Danny Ray – Revolution Rock; 7″ (High Note) ’76 Clash original
Bobby Melody – Let It Be; 7″ (Errol T) Melodians update
Steve Baswell – I Am Getting Bad; 7′ (Phase One) ’77
Johnny Lover – Ital Locks; 7″ (Clocktower) ’75 dj to Curly Locks
Cedric ‘Im Brooks – Theme From Shaft; 7″ (Soul Jazz) Isaac Hayes cover
Set 5: Vinyl Is Vital
The Wailing Wailers – Ten Commandments of Love; Wailing Wailers (Studio One) ’66 JA vinyl is vital set: Moonglows doo wop cover
<Wailers do doo wop; 74 sec.>
I Three – Sing Joy; Beginning (EMI America) ’86 US – Bob’s female back ups
Inner Circle – Tired Fe Lick Weed in a Bush; The Real Thing (Capitol) ’76 US herb tune
Icarus – Land of Tarot; State of Mind (Russian Roulette) ’84 UK
Armagideon – Spiral Galaxy; 12″ EP (Dubhead) ’98 UK mutant dub
Set 6: Rockers do Reggae
Cyndi Lauper – Witness; She’s So Unusual (Portrait) ’83 Rockers do Reggae Set
Garland Jeffreys feat. Big Youth – Graveyard Rock; Escape Artist (Epic) ’81 NYC multiracial rocker
Eric Clapton – Knockin’ On Heaven’s Door; Crossroads (Polydor) ’74 Bob Dylan cover
The Clash feat. Mikey Dread – One More Time + Dub; Sandinista! (Epic) ’80
King Jammy Meets Dry & Heavy in the Jaws of the Tiger – Do Dub Up Your Fight (BSI) 2001 Dub Album of the Hour
The Wailers – Stir It Up; Live 1973-1975 (Starbucks) live on the BBC; May 24, 1973 at the Paris Theatre; London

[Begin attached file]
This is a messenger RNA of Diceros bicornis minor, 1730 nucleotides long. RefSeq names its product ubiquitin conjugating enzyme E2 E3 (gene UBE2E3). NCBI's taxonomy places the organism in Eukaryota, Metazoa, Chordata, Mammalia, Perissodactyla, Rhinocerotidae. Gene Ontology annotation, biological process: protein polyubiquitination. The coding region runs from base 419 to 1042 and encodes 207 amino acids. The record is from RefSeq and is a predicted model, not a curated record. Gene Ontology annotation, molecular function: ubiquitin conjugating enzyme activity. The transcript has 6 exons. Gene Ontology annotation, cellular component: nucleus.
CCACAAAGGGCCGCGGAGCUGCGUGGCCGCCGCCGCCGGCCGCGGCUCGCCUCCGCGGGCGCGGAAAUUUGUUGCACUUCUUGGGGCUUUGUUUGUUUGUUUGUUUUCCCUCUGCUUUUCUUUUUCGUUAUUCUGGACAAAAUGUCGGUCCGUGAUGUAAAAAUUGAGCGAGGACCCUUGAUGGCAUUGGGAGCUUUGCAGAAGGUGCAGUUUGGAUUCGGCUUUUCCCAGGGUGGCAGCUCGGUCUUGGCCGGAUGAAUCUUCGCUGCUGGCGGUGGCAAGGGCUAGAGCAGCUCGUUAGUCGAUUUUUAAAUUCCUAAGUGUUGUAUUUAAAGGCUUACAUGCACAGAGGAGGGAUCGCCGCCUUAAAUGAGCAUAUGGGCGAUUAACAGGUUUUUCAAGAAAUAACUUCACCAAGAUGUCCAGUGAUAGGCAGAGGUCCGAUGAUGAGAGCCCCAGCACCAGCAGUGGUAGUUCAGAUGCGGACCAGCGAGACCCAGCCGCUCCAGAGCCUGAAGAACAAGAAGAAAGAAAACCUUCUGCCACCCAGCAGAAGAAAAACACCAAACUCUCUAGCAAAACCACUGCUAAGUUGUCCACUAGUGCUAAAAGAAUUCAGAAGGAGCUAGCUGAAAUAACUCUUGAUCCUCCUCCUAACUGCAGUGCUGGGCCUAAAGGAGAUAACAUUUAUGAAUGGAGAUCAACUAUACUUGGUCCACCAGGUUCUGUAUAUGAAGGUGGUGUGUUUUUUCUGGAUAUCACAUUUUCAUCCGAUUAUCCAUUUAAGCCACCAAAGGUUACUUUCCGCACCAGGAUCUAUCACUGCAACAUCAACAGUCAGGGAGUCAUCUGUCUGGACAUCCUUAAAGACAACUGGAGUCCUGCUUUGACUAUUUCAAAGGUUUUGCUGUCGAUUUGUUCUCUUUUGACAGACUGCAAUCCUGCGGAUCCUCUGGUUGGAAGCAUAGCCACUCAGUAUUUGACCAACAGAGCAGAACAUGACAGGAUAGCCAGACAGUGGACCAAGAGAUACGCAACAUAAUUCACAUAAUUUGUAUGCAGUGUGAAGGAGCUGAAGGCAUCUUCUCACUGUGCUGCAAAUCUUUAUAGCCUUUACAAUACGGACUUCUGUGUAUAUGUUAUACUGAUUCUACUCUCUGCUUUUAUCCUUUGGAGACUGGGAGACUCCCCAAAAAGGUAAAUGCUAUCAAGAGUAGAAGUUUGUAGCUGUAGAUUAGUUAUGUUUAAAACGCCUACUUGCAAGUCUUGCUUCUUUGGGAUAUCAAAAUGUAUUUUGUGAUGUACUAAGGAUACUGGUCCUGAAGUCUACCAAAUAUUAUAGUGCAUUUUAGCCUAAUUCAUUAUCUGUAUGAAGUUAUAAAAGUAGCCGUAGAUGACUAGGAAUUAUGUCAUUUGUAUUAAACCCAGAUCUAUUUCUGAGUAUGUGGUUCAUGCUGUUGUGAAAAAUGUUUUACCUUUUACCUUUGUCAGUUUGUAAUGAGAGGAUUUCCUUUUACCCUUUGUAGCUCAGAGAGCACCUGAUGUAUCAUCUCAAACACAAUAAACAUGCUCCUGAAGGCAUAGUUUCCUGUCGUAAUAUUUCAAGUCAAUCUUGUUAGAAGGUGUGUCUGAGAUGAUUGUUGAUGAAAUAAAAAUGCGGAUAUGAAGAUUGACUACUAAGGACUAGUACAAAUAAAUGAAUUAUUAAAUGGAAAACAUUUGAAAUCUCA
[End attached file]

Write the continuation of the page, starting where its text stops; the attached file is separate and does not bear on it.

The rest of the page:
<Live on the BBC>
Phyllis Dillon – Woman of the Ghetto; Mojo and Trojan Present Reggae Nuggets (Mojo Magazine) ’72
Jah Rej – Binghi in the Jungle; 10″ (Jah Works) 2002 UK militant steppers
Set 8: Mutant Dub
Thievery Corporation feat. Shana Halligan – Love Has No Heart; Temple of I & I (ESL) 2017 DC dubbers: Mutant Dub Set
Young Gods – Dub the Sun (Mad Professor Mix); King Size Dub vol. 2 (Echo Beach) 2001
Destroy Babylon – Barriers; Shadow Army (MusicADD) 2008 NY
Tena Stelin – Intelligent Design; 10″ (Roots Hi-Tek) 2006 UK
It was July 2, 1988. Late Sunday Night/early Monday Morning. I jumped in my car and drove from my apartment by the University of Utah campus downtown to community radio station KRCL 90.9FM.
Unloaded a suitcase full of CDs and a crate full of LPs. At 3 am on a hot summer night, I cued up Black Uhuru’s “What Is Life” from the album that made me a Reggae fanatic – Anthem.
Drop the needle pon the record and that began a 30 year legacy of Reggae Radio.
<Sunday Night/Monday Morning, July 2, 1988; 3-6AM, debut of 3 o’Clock Roadblock on KRCL; 30 sec.>
I had returned that Sunday afternoon from a massive cratedig in the Bay Area. Reno, Sacramento, San Francisco, Berkely, Mill Valley, El Cerrito, Oakland, Santa Cruz.
I was glad my car didn’t break down. It would be bad juju to be late for my debut radio show. Not to mention how would I keep two crates full of vinyl from melting on the side of the road somewhere.
Ronald. Wilson. Reggae. 666 as the Rastas might say. Not I ‘n’ I. I didn’t see eye to eye with Ronnie politically, but I am forever grateful to him as the benefactor of the Smile Jamaica Ark-Ives, even if it was a misuse of funds.